Free Software for Video

Video Editing
Video editors are usually described as 'Non-Linear Editors' = 'NLEs.' My own choice of NLE is Sony's paid-for 'Platinum Studio 12' editing suite, costing less than a ton but I am migrating my efforts to the free DaVinci Resolve (see below in the list). The Sony editing suite has now been taken over by Magix but is still being developed. It includes a Video Editor, audio Wave Editor and DVD/BluRay burner. One great thing about the later version 15 is the inclusion of Izotope RX6 sound editor, which a huge leap forward in that field.

Some programs on this page are high-level for commercial films (that you will have heard of). Pro software needs serious hardware with a good processor, at least gaming graphics and plenty of RAM (See Pugetsystems for Resolve hardware suggestions). Some apps are 'Fremium' (free-but-nobbled) usually with fewer video tracks and limited rendering possibilities. But some are quite usable without the paid-for features. Pro apps often use node-based editing, which might be alien to most amateurs and perhaps too advanced for amateur projects. Take a look at the Free NLE Guide 2017.

Youtube has a wide range of tutorial videos to help install and use the programs listed below. The Chrome web browser comes from the Google empire and you will probably not find browser extensions to download the tutorials. Youtube is part of the same Google empire and they don't want you to download them. I would urge you not to use stand-alone Youtube downloaders as they can have viruses or result in opportunistic and unpleasant scam emails. You could try pasting the video URL into the Gen Youtube website. Alternatively, replace www.youtube(etc) with genyoutube(etc.) in the adress bar of your browser. You will see a load of advert links but just scroll down the page and right-click on the appropriate download link (usually the HD one). My guess is that it would be much safer than installing something on your PC. Then you can put your tutorial videos on a USB stick and watch them on your smart tv - or via a set-top box, if the tv has no USB slot.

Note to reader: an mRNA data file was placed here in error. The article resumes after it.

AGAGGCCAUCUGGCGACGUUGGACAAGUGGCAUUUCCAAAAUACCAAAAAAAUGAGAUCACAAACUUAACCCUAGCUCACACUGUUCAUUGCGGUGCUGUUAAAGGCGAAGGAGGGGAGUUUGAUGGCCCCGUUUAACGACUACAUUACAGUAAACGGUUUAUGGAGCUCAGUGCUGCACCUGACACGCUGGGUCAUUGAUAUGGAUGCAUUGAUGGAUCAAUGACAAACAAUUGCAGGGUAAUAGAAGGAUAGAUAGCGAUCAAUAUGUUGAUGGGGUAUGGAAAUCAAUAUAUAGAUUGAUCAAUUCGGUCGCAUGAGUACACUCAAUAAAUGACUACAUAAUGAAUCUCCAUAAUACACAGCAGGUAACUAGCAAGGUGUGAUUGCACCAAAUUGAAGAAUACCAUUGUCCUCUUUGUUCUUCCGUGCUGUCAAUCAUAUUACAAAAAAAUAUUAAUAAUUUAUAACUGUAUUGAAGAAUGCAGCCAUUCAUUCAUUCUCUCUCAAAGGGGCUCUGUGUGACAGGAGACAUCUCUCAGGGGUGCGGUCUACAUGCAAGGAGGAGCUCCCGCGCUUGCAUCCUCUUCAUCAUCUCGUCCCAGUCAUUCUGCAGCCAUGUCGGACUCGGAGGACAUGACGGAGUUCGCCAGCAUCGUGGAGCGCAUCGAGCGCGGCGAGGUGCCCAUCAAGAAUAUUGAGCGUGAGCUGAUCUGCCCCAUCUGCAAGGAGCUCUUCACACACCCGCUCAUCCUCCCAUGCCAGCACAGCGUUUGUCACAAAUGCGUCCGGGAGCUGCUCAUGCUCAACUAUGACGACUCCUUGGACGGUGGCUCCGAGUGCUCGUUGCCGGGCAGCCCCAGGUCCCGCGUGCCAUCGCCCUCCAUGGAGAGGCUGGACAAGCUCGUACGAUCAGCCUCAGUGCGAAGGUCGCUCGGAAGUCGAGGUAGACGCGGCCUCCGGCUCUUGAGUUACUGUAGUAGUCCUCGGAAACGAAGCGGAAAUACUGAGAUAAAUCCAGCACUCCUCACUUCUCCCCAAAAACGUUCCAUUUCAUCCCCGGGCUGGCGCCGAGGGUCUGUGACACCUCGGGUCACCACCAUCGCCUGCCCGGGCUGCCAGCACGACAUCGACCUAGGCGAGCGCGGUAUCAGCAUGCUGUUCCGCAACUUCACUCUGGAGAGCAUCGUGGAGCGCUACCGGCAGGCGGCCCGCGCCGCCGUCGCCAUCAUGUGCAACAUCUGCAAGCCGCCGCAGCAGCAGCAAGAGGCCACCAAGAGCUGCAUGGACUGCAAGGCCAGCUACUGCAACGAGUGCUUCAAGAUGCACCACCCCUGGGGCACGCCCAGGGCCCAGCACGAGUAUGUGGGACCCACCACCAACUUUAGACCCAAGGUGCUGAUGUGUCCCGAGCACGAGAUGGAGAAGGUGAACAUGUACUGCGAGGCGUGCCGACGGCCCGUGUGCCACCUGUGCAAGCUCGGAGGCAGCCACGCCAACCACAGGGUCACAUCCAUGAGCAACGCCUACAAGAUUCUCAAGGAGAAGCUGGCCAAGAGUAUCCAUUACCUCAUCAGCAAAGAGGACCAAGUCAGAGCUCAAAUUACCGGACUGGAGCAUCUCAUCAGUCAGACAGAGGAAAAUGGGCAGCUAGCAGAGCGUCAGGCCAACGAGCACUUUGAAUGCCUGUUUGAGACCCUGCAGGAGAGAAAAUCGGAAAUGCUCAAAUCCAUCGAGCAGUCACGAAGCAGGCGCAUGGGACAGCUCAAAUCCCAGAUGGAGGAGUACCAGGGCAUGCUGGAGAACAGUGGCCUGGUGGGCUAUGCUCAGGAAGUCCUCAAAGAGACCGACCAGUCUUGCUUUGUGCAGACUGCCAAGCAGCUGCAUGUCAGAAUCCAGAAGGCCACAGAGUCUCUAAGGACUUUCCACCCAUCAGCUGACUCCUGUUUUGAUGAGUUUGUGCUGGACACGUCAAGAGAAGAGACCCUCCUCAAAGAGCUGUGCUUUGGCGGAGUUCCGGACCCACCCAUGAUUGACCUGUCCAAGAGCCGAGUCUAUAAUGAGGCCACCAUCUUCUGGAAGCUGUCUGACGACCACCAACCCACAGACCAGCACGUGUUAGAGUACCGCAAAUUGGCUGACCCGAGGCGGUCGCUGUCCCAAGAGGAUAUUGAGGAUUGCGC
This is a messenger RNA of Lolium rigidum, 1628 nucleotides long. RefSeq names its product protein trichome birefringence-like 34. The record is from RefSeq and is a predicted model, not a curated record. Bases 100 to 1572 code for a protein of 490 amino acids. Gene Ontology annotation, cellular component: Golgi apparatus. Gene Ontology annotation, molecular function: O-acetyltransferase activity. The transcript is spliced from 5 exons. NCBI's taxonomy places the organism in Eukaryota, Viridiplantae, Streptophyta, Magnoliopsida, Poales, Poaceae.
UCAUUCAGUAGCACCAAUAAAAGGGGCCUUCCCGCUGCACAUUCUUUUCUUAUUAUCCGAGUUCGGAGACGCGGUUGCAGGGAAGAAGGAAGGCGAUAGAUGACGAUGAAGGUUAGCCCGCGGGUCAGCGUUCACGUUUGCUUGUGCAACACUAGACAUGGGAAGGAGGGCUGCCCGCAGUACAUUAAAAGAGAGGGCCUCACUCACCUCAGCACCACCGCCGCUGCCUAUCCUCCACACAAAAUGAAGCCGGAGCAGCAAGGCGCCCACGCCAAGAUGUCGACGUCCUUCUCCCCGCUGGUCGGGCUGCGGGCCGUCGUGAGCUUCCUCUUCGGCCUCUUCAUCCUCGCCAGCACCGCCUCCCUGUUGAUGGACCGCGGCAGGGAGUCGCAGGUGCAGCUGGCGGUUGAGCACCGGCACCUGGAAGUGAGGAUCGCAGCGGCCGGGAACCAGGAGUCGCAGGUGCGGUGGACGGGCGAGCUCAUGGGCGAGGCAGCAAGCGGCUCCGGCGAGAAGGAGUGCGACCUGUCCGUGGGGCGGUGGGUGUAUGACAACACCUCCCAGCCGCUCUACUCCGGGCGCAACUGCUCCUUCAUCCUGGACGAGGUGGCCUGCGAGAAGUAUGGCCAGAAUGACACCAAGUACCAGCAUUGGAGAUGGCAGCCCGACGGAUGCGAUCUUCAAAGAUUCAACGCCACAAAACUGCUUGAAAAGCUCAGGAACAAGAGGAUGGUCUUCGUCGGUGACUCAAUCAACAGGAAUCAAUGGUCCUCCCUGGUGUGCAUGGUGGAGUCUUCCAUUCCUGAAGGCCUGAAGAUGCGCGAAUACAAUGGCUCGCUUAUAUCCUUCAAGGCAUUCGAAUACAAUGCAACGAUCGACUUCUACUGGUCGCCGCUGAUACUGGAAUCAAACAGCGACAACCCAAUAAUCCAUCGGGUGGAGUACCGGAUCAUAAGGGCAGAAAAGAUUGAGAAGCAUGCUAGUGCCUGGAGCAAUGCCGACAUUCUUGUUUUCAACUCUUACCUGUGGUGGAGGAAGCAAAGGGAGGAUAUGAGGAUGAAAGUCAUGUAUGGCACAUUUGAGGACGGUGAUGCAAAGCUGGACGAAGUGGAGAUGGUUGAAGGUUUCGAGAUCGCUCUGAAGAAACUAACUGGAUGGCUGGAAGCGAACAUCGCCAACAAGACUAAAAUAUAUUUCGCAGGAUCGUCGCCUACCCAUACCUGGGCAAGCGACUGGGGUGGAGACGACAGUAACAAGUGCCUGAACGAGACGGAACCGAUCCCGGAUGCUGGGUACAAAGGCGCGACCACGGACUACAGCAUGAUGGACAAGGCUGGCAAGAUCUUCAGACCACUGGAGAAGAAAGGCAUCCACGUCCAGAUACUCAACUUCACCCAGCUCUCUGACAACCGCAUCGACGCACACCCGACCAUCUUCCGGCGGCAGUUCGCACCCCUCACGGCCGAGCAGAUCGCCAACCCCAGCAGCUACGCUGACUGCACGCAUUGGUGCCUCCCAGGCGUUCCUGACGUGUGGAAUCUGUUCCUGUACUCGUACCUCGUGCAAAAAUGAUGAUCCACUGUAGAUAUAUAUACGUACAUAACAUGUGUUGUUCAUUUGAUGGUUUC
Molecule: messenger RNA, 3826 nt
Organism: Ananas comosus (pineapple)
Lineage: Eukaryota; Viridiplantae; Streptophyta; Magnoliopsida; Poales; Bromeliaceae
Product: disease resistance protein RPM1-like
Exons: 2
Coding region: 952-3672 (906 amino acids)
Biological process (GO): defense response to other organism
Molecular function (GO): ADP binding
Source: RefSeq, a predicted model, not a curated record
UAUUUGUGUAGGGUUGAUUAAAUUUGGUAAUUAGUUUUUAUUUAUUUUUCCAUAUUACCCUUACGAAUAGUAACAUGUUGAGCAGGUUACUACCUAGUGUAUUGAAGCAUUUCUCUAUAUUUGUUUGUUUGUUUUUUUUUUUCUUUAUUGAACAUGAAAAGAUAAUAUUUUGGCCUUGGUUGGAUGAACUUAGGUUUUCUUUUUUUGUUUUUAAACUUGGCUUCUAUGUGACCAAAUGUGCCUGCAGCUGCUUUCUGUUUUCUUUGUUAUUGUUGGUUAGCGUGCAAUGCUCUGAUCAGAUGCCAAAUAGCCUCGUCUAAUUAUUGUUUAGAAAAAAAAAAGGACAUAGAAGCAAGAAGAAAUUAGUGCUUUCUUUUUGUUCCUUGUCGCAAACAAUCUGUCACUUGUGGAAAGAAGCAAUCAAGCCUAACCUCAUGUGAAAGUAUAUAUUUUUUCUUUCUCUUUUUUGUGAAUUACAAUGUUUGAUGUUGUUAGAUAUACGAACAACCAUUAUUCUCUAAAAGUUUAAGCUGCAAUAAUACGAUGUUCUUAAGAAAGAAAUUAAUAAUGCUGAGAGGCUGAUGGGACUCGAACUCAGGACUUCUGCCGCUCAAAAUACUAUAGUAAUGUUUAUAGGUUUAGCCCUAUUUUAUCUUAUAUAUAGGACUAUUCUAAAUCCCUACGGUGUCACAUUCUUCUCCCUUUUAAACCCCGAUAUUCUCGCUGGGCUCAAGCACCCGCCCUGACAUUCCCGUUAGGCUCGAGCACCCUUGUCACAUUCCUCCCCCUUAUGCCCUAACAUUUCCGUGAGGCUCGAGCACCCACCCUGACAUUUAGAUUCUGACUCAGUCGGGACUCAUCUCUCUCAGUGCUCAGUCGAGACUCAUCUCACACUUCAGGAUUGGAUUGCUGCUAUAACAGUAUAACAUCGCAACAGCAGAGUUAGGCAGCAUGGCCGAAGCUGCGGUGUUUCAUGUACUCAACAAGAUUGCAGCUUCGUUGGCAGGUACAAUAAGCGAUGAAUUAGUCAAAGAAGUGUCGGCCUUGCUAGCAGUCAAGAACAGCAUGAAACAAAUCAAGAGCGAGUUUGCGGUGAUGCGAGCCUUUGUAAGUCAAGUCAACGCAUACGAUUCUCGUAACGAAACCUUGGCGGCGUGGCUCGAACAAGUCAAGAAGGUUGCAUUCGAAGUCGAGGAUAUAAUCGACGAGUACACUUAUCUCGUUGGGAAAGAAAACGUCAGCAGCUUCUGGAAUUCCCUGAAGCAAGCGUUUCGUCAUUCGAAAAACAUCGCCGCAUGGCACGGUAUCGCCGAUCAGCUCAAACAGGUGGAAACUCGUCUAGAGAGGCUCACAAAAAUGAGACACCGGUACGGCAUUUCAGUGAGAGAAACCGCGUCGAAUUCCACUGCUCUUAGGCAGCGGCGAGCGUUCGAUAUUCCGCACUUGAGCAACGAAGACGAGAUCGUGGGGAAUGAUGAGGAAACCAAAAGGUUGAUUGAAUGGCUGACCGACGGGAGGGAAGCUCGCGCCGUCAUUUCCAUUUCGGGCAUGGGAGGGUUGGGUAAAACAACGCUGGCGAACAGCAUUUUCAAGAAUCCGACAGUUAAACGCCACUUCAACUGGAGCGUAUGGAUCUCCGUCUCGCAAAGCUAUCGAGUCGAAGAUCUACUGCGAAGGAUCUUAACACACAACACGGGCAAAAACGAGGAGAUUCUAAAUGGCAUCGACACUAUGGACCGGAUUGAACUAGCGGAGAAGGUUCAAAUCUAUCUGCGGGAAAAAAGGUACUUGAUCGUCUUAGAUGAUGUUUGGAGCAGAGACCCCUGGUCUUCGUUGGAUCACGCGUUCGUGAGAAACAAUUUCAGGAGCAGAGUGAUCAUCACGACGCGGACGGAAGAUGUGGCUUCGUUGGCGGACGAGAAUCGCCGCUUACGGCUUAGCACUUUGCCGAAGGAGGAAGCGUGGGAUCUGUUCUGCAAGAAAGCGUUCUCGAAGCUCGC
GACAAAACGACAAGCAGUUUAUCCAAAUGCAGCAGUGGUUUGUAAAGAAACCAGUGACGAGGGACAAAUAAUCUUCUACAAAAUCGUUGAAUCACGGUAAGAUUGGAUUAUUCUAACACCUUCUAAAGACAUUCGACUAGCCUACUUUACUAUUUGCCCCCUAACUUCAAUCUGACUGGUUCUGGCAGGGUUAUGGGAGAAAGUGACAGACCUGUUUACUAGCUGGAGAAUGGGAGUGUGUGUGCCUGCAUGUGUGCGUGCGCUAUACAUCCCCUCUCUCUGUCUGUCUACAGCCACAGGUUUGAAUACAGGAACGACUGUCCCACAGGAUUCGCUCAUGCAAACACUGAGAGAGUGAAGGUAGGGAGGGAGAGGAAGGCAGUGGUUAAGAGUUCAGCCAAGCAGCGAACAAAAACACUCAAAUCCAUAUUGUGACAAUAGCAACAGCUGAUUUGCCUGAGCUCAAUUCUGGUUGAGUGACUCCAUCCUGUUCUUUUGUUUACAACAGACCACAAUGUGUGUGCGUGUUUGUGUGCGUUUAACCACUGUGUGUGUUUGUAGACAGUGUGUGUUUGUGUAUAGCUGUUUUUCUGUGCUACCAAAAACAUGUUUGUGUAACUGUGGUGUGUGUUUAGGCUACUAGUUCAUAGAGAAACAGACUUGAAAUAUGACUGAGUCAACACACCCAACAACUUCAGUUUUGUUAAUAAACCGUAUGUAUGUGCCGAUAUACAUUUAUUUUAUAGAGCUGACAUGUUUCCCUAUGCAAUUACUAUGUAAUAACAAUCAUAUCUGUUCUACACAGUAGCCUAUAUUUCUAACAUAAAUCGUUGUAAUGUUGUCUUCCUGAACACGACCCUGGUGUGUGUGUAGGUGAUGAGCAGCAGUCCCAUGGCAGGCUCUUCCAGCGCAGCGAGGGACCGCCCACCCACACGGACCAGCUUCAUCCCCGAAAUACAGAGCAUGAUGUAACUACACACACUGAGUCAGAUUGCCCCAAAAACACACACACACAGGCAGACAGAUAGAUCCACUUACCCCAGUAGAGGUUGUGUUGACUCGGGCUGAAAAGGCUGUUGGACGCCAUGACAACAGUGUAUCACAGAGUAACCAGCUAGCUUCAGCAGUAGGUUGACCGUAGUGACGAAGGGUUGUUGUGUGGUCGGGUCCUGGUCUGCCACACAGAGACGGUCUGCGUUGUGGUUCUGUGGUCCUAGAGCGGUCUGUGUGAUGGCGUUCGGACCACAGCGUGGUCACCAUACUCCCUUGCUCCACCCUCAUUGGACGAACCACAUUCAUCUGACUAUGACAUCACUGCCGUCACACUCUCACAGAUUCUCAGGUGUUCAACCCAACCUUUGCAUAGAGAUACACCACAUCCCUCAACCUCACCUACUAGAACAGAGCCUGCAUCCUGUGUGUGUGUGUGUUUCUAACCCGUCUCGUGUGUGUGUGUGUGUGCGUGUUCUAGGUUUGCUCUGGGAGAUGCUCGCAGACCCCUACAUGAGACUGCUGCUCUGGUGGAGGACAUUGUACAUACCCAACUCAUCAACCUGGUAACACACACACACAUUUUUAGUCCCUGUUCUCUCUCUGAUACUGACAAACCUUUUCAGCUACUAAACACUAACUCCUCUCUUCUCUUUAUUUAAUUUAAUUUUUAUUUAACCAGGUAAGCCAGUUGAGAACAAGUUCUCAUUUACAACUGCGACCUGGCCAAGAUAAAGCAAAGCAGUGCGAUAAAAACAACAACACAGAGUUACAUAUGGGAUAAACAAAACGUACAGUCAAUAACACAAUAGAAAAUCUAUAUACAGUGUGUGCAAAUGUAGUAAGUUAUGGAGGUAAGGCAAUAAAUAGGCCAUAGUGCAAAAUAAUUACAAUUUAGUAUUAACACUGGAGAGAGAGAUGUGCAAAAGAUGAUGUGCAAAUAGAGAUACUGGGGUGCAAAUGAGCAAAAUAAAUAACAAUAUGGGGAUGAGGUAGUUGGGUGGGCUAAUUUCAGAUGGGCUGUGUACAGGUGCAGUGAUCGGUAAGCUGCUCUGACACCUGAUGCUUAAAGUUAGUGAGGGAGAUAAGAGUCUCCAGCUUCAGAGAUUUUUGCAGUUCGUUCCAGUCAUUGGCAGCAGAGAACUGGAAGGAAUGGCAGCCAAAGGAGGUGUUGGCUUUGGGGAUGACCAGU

Just as there are free VST sound effect plug-ins for use in sound editing, there are also free OSX video plug-ins suitable for a range of NLEs, such as Vegas Studio and Resolve. I also suggest you install some unusual fonts for use with on-screen text. A suitable font for your video will help set the context and make it stand out. The same goes for background music. Youtube has a lot of free and royalty-free music. You might like to search for free sound effects too but most of them are poor quality, to get you to buy the better ones.

Before you Start
Set up the monitor correctly for brightness, contrast and neutral colouration. If it is out of kilter, so will be the end result. If, for example, your monitor is a bit greenish and you adjust the on-screen material to look right, your results will end up with a magenta tinge. The idea is to remove any colour bias so that greyscale tones are neutral and colours look correct. The professional tool to use would be a colour-checking gizmo, like 'Color Monkey' or 'Spyder', which is placed on the face of the monitor and an app run to correct the errors but a very basic adjustment tool like Calibrize (below) is better than nothing. In any case, unless you have a top quality monitor, you might never get it right.

If you have buckets of money, purchase a proper colour-correct monitor and have it set up properly. Some, such as an Eizo Color-Edge appear to be set up very well, straight out of the box. If you are checking your work on a domestic TV, make sure it is set to 'Cinema' mode (natural contrast and colour saturation); never 'Dynamic' or 'Vivid' which are really only for showroom purposes. How I lament the demise of the TV test card. Bring back the test card!